Colleges Combating Corona
October 2, 2020
When Coronavirus struck the nation, nobody knew what to think. Should we have been scared, in shock, sad, angry, or in love with the fact that we didn’t have to go back to school? No matter what we were feeling, the fact of the matter was that we would eventually have to adapt to a new world. A world that wore masks and stayed six feet apart.
Students make up a large group of individuals impacted by COVID-19. College students, in particular, were hit hard when the virus came along. Some students had to be quarantined on campus, while others were sent home immediately. With the inevitable return of students to campus, there were bound to be many safety precautions that universities would take in order to prevent further spread of the virus as best they could.
Purdue University, in West Lafayette, implemented the Protect Purdue Plan: a comprehensive testing and contact tracing system designed to test and trace individual students or faculty members who have been infected with COVID-19. The university also distributes wellness kits to every on-campus student. If a student is infected with COVID-19, the university also sets aside rooms for isolation and quarantine to recover without fear of infecting other students and faculty.
Cameron Felger is a sophomore at Purdue University who majors in mechanical engineering. According to Felger, there has been a lot of changes to the school because of COVID-19. He said, “The biggest change is having little to no classes in person.” He does live on campus, but they are not allowed to have more than four people in their dorms at once. Students must have masks on inside the buildings at all times. They also have to wear them outside if social distancing is not possible. Felger did say that learning, in general, has gotten harder because of online classes. They do have Webex and Zoom calls once every week, and there are available options to communicate with teachers through technology, but nothing compares to having in-class communication. The very few in-person classes they do have are coming to an end before Thanksgiving break, because they don’t want students traveling and coming back sick.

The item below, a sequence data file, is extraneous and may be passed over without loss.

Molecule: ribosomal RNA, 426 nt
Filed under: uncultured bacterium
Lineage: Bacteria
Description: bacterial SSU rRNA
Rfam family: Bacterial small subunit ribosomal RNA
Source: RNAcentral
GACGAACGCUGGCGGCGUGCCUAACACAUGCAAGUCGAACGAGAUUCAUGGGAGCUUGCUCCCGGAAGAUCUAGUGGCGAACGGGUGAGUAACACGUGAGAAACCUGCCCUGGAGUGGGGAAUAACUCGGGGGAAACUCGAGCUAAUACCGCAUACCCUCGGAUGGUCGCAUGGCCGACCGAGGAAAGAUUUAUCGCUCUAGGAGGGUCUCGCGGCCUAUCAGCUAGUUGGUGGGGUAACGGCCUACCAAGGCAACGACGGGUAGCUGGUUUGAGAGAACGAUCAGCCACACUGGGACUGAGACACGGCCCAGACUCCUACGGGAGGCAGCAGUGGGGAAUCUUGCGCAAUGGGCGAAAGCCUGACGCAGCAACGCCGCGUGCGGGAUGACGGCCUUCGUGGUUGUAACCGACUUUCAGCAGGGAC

Shifting to Indiana University, located in Bloomington, it is all hands on deck in order to try to keep the school clean. IU Environmental Health and Safety has implemented a COVID-19 training program for students and staff; this program teaches individuals how to protect themselves and others from the virus. IU makes it a huge point to disinfect any item that may have been handled by someone with the virus and even somebody who doesn’t have it. The university also made it a big point to limit the amount of people using public transportation.
Riley Henson is a sophomore at Indiana University, and he is working toward an Earth Science BS with a certification in GIR/RS. According to Henson, students are not allowed to gather in groups larger than 15, and you must always have your mask on inside. Also, similar to Felger, they must even wear masks outside if it is too crowded. Henson thinks one of the worst things about it all is not being able to attend in-person classes. He said, “You have to be on point and schedule yourself around covid here at IU.” Henson is staying off campus in a house with a couple of friends, and he said they are trying to enjoy the year as much as they can. Even with everything going on, neither schools are offering reduced tuition rates.
These are only two of the many more colleges in Indiana that have changed drastically because of this pandemic. It has not been easy for anyone, but slowly we are overcoming it. I think everyone is hoping for the day that things become normal, but some say it may never. All we can do is keep it from destroying our lives and enjoy what we do have.